Rachel: …and of course, especially if it’s our parents, especially if it’s someone who wronged us, someone we have a sensitive relationship with, maybe something happened in the past but now we are okay, or now they are working on themselves, they are trying really hard, now is no longer drama, but the something bad happened then. So if I allow the anger, it means I have to…I have to tell them, I have to go down this path of opening the Pandora’s Box with them…
Rachel: …and telling them “look what you did.”
Shubhaa: Right, and that’s actually the…the part of anger that is not constructive.
Shubhaa: Because if you put that on someone, you’re powerless. Because that person maybe’s going to understand what you’re saying, maybe not. And how can you make someone to change or get your point of view. Is like, you cannot put that in someone else’s hands…it’s you. So it’s about you. If you are feeling triggered, if you are feeling that anger state inside of yourself, it’s yours. So it’s something about you, in that responsibility, things can really metabolize, because and then you can…even if you need to put boundaries towards somebody or a situation But that is gonna come in a constructive way that you can even talk about it, you can have your voice and say “when this has happened, that wasn’t good to me” or I just make a line here that I don’t want this from my life any longer. But in a, in a very powerful way, like a responsible way, not just putting someone else to see how much discomfort they are creating for you…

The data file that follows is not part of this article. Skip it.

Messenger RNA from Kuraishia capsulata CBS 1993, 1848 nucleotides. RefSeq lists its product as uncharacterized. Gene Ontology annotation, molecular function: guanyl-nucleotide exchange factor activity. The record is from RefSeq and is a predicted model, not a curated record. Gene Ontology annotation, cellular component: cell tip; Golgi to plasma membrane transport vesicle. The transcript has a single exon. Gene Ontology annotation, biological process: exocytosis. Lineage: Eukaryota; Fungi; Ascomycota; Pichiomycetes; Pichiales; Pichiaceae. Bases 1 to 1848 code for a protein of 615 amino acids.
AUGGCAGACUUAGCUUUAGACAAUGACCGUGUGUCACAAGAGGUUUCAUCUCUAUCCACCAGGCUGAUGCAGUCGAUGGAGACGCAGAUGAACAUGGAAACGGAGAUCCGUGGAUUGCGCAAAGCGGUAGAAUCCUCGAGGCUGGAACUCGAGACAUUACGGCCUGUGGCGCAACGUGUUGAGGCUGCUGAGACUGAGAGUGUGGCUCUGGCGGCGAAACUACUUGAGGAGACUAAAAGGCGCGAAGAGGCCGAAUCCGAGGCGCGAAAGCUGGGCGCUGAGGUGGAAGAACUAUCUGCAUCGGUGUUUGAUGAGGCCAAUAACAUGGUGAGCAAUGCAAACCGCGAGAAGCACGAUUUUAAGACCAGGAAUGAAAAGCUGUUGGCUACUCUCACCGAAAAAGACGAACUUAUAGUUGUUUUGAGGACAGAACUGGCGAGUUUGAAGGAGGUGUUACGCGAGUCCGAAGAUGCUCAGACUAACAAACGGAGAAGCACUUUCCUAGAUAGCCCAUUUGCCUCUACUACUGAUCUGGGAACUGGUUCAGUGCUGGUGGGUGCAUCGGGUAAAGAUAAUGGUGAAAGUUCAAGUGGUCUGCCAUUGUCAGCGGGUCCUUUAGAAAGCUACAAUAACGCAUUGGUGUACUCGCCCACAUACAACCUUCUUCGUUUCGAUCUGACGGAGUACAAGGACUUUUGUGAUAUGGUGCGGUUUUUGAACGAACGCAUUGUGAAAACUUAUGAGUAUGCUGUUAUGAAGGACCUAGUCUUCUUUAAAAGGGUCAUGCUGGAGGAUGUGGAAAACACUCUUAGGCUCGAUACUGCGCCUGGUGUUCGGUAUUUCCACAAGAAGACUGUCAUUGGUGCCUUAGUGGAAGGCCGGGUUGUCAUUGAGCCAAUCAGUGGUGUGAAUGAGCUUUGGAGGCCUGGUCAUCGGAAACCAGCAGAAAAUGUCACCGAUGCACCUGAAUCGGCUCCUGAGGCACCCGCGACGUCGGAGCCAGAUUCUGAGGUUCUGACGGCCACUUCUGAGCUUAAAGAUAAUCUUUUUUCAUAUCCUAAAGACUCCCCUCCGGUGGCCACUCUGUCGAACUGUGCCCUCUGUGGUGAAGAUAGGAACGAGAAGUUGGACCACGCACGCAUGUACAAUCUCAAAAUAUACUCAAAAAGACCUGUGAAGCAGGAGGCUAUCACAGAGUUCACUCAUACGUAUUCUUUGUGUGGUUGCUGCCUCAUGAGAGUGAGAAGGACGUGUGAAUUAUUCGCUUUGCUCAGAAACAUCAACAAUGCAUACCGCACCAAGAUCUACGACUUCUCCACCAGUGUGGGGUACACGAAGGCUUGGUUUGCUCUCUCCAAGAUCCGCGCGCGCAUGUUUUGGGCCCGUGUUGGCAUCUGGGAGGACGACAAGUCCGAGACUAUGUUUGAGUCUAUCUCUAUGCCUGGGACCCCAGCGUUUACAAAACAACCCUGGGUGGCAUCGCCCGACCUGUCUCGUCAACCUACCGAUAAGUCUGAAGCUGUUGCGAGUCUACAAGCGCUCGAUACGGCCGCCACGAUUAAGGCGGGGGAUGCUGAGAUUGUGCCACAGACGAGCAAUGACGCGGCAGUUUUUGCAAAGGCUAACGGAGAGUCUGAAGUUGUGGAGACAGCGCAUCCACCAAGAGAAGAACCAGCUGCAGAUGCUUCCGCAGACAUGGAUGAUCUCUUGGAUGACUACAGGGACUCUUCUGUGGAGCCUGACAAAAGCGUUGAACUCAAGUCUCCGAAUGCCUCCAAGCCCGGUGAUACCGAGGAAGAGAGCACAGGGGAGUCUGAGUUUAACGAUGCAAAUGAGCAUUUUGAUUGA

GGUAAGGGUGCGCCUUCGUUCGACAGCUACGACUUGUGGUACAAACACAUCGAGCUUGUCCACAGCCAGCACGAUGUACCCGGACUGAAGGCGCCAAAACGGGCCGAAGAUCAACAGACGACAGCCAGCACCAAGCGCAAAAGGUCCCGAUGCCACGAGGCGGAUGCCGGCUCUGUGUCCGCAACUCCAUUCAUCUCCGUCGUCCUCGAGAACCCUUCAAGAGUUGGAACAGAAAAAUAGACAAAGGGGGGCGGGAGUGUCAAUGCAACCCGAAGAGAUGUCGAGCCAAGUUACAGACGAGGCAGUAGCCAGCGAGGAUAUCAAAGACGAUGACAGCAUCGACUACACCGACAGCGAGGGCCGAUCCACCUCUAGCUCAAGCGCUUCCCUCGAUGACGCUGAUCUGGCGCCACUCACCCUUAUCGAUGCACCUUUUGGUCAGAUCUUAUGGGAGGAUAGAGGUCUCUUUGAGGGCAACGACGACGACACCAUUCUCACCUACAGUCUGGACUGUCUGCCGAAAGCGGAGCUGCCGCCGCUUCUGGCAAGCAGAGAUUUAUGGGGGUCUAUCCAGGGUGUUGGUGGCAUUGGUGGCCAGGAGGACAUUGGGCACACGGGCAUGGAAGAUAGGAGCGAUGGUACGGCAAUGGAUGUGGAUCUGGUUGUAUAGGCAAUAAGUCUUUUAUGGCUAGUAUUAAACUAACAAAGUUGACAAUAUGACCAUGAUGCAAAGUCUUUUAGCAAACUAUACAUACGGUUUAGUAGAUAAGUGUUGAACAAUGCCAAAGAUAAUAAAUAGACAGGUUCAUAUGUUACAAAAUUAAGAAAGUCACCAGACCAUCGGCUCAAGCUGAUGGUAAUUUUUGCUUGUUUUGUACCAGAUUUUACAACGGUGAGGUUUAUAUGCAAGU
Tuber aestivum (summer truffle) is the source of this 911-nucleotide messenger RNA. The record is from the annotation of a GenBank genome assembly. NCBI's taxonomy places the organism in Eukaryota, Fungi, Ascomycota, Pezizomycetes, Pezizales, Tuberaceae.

Shubhaa: …so you gotta change and then I will feel better.
Shubhaa: You seen what I mean?
Rachel: It seems like an endless loop…
Rachel: …because then they won’t change. Of course.
Rachel: Yeah. It’s like, uh…forever and ever we can live our lives like “they wronged me.” And it’s almost like we put ourselves in a place of being the victim instead of the person charge of the situation.